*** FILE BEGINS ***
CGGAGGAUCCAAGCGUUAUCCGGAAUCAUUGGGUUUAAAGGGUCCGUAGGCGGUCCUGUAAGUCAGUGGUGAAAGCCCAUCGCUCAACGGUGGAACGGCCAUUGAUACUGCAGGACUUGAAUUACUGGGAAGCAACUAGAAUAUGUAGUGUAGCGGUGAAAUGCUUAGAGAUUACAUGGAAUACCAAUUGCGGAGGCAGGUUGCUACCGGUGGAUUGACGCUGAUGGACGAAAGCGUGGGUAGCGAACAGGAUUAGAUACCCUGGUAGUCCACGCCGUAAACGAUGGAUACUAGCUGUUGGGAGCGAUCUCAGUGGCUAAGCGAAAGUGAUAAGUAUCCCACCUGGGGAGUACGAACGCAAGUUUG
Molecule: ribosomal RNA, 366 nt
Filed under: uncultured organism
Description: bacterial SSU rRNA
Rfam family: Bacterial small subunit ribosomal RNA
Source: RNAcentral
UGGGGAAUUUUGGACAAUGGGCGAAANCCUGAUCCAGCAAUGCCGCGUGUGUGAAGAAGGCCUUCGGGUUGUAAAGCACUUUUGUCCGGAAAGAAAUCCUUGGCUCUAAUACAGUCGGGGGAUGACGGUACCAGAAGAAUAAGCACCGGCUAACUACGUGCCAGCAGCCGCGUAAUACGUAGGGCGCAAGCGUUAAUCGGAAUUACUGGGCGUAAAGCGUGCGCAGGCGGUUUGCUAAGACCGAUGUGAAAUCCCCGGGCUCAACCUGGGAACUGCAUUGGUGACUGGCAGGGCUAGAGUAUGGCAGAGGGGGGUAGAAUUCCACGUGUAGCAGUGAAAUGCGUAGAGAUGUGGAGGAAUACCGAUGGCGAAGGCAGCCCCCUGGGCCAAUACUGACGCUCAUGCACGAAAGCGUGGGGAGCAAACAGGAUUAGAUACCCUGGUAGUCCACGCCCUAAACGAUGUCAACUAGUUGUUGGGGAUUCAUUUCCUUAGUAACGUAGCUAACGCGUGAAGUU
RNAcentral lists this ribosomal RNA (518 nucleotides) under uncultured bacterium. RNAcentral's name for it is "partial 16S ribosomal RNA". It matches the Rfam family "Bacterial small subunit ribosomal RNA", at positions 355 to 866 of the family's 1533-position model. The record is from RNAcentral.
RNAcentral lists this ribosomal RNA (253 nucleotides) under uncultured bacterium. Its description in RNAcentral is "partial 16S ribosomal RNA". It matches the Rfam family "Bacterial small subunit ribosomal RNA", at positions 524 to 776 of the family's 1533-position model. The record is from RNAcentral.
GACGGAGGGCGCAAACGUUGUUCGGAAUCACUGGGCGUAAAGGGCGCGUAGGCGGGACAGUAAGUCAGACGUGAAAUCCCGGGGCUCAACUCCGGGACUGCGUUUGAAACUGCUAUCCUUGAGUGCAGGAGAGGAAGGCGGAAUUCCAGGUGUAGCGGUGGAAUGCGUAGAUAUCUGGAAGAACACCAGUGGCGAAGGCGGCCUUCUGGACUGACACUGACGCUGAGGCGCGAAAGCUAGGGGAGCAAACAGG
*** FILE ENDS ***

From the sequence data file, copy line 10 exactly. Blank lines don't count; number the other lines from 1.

GACGGAGGGCGCAAACGUUGUUCGGAAUCACUGGGCGUAAAGGGCGCGUAGGCGGGACAGUAAGUCAGACGUGAAAUCCCGGGGCUCAACUCCGGGACUGCGUUUGAAACUGCUAUCCUUGAGUGCAGGAGAGGAAGGCGGAAUUCCAGGUGUAGCGGUGGAAUGCGUAGAUAUCUGGAAGAACACCAGUGGCGAAGGCGGCCUUCUGGACUGACACUGACGCUGAGGCGCGAAAGCUAGGGGAGCAAACAGG